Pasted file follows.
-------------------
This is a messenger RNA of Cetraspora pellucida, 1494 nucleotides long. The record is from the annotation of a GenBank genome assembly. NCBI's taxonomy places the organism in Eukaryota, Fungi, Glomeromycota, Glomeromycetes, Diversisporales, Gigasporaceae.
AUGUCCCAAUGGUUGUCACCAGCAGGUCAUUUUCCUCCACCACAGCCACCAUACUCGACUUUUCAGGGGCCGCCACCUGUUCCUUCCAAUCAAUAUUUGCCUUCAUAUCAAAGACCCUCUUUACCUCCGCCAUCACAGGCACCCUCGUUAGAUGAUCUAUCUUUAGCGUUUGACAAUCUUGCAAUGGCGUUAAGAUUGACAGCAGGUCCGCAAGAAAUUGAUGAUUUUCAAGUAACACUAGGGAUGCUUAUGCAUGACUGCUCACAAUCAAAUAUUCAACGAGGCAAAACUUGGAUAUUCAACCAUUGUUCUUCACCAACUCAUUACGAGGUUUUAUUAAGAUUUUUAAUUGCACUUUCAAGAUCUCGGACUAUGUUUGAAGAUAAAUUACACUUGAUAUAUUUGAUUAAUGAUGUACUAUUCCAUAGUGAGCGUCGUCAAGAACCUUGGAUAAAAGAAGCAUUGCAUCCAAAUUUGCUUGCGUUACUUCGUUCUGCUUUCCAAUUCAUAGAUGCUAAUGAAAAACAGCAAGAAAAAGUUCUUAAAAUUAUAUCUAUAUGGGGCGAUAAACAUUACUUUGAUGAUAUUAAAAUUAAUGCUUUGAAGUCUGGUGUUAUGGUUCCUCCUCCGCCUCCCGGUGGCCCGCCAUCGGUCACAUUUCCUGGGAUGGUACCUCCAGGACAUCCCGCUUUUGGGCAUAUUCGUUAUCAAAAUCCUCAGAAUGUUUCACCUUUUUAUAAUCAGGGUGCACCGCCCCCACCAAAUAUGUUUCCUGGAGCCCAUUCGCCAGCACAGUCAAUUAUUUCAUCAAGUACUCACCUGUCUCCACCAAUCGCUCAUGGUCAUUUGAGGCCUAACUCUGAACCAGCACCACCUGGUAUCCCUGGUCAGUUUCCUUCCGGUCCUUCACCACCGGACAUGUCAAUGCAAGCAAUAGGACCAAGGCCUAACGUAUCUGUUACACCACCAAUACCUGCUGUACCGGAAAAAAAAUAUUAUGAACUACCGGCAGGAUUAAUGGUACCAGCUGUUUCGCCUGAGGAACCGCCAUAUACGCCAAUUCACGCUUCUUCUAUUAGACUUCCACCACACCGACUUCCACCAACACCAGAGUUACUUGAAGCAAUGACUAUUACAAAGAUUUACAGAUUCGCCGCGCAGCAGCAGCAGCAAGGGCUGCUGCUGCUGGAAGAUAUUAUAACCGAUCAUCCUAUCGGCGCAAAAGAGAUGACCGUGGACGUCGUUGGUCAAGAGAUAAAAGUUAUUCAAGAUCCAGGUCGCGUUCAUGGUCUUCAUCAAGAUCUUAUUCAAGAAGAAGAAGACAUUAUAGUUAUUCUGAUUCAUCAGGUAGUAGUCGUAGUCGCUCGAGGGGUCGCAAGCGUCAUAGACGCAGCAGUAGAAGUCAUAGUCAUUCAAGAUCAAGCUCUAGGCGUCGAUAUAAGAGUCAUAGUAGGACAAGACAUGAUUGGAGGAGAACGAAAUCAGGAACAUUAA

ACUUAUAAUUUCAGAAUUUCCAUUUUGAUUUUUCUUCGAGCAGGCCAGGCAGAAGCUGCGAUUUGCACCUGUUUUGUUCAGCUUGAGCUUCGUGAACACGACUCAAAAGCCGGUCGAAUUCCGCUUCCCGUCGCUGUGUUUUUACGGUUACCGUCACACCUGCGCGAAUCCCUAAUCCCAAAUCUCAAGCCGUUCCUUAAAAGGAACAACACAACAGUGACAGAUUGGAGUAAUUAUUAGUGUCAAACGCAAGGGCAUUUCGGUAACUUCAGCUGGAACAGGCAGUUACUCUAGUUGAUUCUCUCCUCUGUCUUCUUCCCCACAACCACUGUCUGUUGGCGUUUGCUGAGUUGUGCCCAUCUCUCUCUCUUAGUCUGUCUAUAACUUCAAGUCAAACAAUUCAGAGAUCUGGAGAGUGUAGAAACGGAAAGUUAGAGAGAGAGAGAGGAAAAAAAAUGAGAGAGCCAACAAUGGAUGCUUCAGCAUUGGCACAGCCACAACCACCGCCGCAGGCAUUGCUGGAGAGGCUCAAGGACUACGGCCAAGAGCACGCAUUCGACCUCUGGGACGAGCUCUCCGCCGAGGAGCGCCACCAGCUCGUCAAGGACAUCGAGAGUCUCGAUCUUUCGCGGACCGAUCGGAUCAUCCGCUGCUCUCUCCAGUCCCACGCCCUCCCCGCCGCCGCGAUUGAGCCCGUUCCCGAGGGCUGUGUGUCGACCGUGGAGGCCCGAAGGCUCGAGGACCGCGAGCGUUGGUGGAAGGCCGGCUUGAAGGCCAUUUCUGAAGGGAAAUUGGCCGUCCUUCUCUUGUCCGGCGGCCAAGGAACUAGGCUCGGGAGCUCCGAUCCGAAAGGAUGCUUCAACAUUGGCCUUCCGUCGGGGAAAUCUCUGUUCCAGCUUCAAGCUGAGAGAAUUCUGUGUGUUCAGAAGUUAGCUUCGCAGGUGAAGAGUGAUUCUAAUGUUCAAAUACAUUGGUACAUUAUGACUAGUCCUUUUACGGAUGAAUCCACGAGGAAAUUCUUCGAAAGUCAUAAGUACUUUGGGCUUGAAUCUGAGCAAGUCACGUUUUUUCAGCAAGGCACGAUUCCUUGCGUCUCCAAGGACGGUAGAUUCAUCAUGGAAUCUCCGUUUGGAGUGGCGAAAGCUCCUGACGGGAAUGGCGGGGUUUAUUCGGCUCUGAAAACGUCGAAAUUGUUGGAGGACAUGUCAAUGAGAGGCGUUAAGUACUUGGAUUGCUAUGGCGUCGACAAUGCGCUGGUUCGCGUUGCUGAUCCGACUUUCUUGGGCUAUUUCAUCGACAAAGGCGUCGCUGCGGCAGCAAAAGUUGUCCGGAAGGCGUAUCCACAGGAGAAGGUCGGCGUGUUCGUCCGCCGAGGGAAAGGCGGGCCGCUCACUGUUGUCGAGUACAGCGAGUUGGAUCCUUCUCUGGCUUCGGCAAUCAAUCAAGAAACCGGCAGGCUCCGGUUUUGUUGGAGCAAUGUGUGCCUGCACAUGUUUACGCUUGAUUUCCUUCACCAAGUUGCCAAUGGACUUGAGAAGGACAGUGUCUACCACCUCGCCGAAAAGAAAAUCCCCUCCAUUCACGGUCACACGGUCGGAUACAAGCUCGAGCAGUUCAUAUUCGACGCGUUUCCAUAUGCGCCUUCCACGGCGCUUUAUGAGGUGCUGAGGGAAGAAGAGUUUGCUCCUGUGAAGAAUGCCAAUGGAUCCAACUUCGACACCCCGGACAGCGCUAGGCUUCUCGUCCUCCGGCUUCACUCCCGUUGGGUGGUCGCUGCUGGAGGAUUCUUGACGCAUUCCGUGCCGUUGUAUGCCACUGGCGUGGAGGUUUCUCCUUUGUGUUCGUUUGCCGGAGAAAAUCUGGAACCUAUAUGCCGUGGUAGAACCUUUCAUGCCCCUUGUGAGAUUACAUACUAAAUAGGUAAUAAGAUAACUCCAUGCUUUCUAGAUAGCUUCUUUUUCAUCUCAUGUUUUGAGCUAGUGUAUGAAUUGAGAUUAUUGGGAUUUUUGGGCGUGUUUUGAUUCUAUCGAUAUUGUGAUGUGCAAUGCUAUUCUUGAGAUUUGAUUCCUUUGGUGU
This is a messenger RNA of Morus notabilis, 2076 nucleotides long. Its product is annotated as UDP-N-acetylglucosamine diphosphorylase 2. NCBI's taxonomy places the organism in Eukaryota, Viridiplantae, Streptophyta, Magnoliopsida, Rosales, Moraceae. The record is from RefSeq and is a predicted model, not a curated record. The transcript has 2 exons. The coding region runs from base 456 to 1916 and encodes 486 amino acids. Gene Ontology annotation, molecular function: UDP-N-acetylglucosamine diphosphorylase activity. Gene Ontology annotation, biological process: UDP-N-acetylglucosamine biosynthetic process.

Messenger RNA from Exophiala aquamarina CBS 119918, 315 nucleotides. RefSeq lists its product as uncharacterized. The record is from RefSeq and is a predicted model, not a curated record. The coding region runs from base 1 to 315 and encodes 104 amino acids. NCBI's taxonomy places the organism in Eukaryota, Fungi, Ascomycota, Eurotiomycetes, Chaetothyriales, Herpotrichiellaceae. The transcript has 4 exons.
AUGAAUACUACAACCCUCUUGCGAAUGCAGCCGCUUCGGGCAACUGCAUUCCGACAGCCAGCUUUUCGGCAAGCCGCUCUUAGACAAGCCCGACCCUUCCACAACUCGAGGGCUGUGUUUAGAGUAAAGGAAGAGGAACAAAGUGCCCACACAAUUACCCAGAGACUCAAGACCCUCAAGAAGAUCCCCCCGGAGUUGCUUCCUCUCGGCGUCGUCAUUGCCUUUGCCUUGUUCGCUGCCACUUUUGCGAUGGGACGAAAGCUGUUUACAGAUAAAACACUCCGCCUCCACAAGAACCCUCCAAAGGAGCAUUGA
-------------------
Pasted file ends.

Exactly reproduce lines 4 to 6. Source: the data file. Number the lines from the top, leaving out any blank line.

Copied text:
This is a messenger RNA of Morus notabilis, 2076 nucleotides long. Its product is annotated as UDP-N-acetylglucosamine diphosphorylase 2. NCBI's taxonomy places the organism in Eukaryota, Viridiplantae, Streptophyta, Magnoliopsida, Rosales, Moraceae. The record is from RefSeq and is a predicted model, not a curated record. The transcript has 2 exons. The coding region runs from base 456 to 1916 and encodes 486 amino acids. Gene Ontology annotation, molecular function: UDP-N-acetylglucosamine diphosphorylase activity. Gene Ontology annotation, biological process: UDP-N-acetylglucosamine biosynthetic process.

Messenger RNA from Exophiala aquamarina CBS 119918, 315 nucleotides. RefSeq lists its product as uncharacterized. The record is from RefSeq and is a predicted model, not a curated record. The coding region runs from base 1 to 315 and encodes 104 amino acids. NCBI's taxonomy places the organism in Eukaryota, Fungi, Ascomycota, Eurotiomycetes, Chaetothyriales, Herpotrichiellaceae. The transcript has 4 exons.
AUGAAUACUACAACCCUCUUGCGAAUGCAGCCGCUUCGGGCAACUGCAUUCCGACAGCCAGCUUUUCGGCAAGCCGCUCUUAGACAAGCCCGACCCUUCCACAACUCGAGGGCUGUGUUUAGAGUAAAGGAAGAGGAACAAAGUGCCCACACAAUUACCCAGAGACUCAAGACCCUCAAGAAGAUCCCCCCGGAGUUGCUUCCUCUCGGCGUCGUCAUUGCCUUUGCCUUGUUCGCUGCCACUUUUGCGAUGGGACGAAAGCUGUUUACAGAUAAAACACUCCGCCUCCACAAGAACCCUCCAAAGGAGCAUUGA